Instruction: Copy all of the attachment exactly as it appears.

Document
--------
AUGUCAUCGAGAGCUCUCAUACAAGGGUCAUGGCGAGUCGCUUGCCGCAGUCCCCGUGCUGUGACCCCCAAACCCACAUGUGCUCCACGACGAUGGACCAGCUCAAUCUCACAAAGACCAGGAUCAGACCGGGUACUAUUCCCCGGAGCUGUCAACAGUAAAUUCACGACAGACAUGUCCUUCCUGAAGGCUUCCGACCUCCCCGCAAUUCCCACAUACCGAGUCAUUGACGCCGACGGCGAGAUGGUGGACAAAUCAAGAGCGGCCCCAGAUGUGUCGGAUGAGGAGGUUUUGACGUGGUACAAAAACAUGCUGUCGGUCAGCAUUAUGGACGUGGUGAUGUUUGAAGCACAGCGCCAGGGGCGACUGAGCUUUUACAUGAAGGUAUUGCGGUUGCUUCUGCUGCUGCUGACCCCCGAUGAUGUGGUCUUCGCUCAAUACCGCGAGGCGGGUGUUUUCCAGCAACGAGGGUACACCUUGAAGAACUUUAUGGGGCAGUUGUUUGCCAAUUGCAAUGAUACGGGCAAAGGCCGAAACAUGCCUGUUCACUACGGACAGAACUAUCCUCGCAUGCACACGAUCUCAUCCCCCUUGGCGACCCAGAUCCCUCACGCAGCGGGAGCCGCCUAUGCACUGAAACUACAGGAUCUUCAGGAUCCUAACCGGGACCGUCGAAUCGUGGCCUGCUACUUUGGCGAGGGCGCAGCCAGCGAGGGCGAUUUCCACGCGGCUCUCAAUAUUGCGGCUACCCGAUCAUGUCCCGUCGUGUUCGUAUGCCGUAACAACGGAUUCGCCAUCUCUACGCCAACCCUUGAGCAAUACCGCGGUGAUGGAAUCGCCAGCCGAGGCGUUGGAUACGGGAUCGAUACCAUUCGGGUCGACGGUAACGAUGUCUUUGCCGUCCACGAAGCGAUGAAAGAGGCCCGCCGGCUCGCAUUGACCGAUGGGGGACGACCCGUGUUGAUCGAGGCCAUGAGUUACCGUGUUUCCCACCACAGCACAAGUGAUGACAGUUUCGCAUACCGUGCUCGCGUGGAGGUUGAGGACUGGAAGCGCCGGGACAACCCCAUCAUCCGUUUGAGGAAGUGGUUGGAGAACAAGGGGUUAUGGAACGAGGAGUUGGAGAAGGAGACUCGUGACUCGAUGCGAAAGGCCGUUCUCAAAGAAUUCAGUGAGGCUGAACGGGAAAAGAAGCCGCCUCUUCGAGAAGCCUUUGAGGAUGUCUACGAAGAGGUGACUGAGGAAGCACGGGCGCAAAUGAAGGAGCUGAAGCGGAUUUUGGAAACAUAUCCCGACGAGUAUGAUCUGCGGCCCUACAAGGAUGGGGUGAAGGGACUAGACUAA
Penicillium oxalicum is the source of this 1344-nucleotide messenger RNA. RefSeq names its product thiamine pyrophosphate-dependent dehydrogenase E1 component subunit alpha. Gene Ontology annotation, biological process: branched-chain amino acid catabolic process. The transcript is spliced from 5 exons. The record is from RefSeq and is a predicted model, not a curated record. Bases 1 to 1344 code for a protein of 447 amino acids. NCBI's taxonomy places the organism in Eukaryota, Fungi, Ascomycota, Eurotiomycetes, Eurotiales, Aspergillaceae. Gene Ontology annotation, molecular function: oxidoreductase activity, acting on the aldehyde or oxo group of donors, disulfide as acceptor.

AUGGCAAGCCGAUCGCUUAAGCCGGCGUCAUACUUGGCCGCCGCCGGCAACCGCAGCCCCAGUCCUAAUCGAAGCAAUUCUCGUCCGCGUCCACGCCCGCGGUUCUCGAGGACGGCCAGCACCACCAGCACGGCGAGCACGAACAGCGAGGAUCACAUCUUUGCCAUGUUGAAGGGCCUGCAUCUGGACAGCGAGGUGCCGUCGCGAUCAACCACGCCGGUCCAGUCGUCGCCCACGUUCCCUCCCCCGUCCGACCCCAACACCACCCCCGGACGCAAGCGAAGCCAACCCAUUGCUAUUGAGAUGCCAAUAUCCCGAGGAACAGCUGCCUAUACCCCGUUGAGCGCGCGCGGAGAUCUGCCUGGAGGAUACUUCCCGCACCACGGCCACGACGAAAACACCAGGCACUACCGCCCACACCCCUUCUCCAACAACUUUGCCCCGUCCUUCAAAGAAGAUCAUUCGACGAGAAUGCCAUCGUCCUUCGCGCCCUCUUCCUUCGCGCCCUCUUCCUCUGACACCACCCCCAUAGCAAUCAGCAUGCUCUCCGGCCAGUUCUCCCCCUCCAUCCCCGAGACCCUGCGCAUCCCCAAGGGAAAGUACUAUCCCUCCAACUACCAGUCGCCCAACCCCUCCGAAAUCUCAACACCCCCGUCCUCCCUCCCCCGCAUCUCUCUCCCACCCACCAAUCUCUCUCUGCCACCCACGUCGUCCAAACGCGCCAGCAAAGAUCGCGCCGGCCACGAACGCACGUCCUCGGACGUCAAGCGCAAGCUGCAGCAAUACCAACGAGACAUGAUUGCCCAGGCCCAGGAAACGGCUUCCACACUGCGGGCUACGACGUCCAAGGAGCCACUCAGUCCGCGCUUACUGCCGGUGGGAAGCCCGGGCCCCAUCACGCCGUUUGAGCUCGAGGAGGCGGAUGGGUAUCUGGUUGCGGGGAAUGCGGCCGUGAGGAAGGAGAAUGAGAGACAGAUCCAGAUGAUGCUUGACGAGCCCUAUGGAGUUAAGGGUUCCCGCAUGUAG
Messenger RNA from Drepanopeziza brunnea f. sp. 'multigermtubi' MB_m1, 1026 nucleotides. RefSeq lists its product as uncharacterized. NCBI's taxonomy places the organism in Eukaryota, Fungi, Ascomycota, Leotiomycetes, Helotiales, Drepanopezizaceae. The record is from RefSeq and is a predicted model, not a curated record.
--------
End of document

AUGUCAUCGAGAGCUCUCAUACAAGGGUCAUGGCGAGUCGCUUGCCGCAGUCCCCGUGCUGUGACCCCCAAACCCACAUGUGCUCCACGACGAUGGACCAGCUCAAUCUCACAAAGACCAGGAUCAGACCGGGUACUAUUCCCCGGAGCUGUCAACAGUAAAUUCACGACAGACAUGUCCUUCCUGAAGGCUUCCGACCUCCCCGCAAUUCCCACAUACCGAGUCAUUGACGCCGACGGCGAGAUGGUGGACAAAUCAAGAGCGGCCCCAGAUGUGUCGGAUGAGGAGGUUUUGACGUGGUACAAAAACAUGCUGUCGGUCAGCAUUAUGGACGUGGUGAUGUUUGAAGCACAGCGCCAGGGGCGACUGAGCUUUUACAUGAAGGUAUUGCGGUUGCUUCUGCUGCUGCUGACCCCCGAUGAUGUGGUCUUCGCUCAAUACCGCGAGGCGGGUGUUUUCCAGCAACGAGGGUACACCUUGAAGAACUUUAUGGGGCAGUUGUUUGCCAAUUGCAAUGAUACGGGCAAAGGCCGAAACAUGCCUGUUCACUACGGACAGAACUAUCCUCGCAUGCACACGAUCUCAUCCCCCUUGGCGACCCAGAUCCCUCACGCAGCGGGAGCCGCCUAUGCACUGAAACUACAGGAUCUUCAGGAUCCUAACCGGGACCGUCGAAUCGUGGCCUGCUACUUUGGCGAGGGCGCAGCCAGCGAGGGCGAUUUCCACGCGGCUCUCAAUAUUGCGGCUACCCGAUCAUGUCCCGUCGUGUUCGUAUGCCGUAACAACGGAUUCGCCAUCUCUACGCCAACCCUUGAGCAAUACCGCGGUGAUGGAAUCGCCAGCCGAGGCGUUGGAUACGGGAUCGAUACCAUUCGGGUCGACGGUAACGAUGUCUUUGCCGUCCACGAAGCGAUGAAAGAGGCCCGCCGGCUCGCAUUGACCGAUGGGGGACGACCCGUGUUGAUCGAGGCCAUGAGUUACCGUGUUUCCCACCACAGCACAAGUGAUGACAGUUUCGCAUACCGUGCUCGCGUGGAGGUUGAGGACUGGAAGCGCCGGGACAACCCCAUCAUCCGUUUGAGGAAGUGGUUGGAGAACAAGGGGUUAUGGAACGAGGAGUUGGAGAAGGAGACUCGUGACUCGAUGCGAAAGGCCGUUCUCAAAGAAUUCAGUGAGGCUGAACGGGAAAAGAAGCCGCCUCUUCGAGAAGCCUUUGAGGAUGUCUACGAAGAGGUGACUGAGGAAGCACGGGCGCAAAUGAAGGAGCUGAAGCGGAUUUUGGAAACAUAUCCCGACGAGUAUGAUCUGCGGCCCUACAAGGAUGGGGUGAAGGGACUAGACUAA
Penicillium oxalicum is the source of this 1344-nucleotide messenger RNA. RefSeq names its product thiamine pyrophosphate-dependent dehydrogenase E1 component subunit alpha. Gene Ontology annotation, biological process: branched-chain amino acid catabolic process. The transcript is spliced from 5 exons. The record is from RefSeq and is a predicted model, not a curated record. Bases 1 to 1344 code for a protein of 447 amino acids. NCBI's taxonomy places the organism in Eukaryota, Fungi, Ascomycota, Eurotiomycetes, Eurotiales, Aspergillaceae. Gene Ontology annotation, molecular function: oxidoreductase activity, acting on the aldehyde or oxo group of donors, disulfide as acceptor.

AUGGCAAGCCGAUCGCUUAAGCCGGCGUCAUACUUGGCCGCCGCCGGCAACCGCAGCCCCAGUCCUAAUCGAAGCAAUUCUCGUCCGCGUCCACGCCCGCGGUUCUCGAGGACGGCCAGCACCACCAGCACGGCGAGCACGAACAGCGAGGAUCACAUCUUUGCCAUGUUGAAGGGCCUGCAUCUGGACAGCGAGGUGCCGUCGCGAUCAACCACGCCGGUCCAGUCGUCGCCCACGUUCCCUCCCCCGUCCGACCCCAACACCACCCCCGGACGCAAGCGAAGCCAACCCAUUGCUAUUGAGAUGCCAAUAUCCCGAGGAACAGCUGCCUAUACCCCGUUGAGCGCGCGCGGAGAUCUGCCUGGAGGAUACUUCCCGCACCACGGCCACGACGAAAACACCAGGCACUACCGCCCACACCCCUUCUCCAACAACUUUGCCCCGUCCUUCAAAGAAGAUCAUUCGACGAGAAUGCCAUCGUCCUUCGCGCCCUCUUCCUUCGCGCCCUCUUCCUCUGACACCACCCCCAUAGCAAUCAGCAUGCUCUCCGGCCAGUUCUCCCCCUCCAUCCCCGAGACCCUGCGCAUCCCCAAGGGAAAGUACUAUCCCUCCAACUACCAGUCGCCCAACCCCUCCGAAAUCUCAACACCCCCGUCCUCCCUCCCCCGCAUCUCUCUCCCACCCACCAAUCUCUCUCUGCCACCCACGUCGUCCAAACGCGCCAGCAAAGAUCGCGCCGGCCACGAACGCACGUCCUCGGACGUCAAGCGCAAGCUGCAGCAAUACCAACGAGACAUGAUUGCCCAGGCCCAGGAAACGGCUUCCACACUGCGGGCUACGACGUCCAAGGAGCCACUCAGUCCGCGCUUACUGCCGGUGGGAAGCCCGGGCCCCAUCACGCCGUUUGAGCUCGAGGAGGCGGAUGGGUAUCUGGUUGCGGGGAAUGCGGCCGUGAGGAAGGAGAAUGAGAGACAGAUCCAGAUGAUGCUUGACGAGCCCUAUGGAGUUAAGGGUUCCCGCAUGUAG
Messenger RNA from Drepanopeziza brunnea f. sp. 'multigermtubi' MB_m1, 1026 nucleotides. RefSeq lists its product as uncharacterized. NCBI's taxonomy places the organism in Eukaryota, Fungi, Ascomycota, Leotiomycetes, Helotiales, Drepanopezizaceae. The record is from RefSeq and is a predicted model, not a curated record.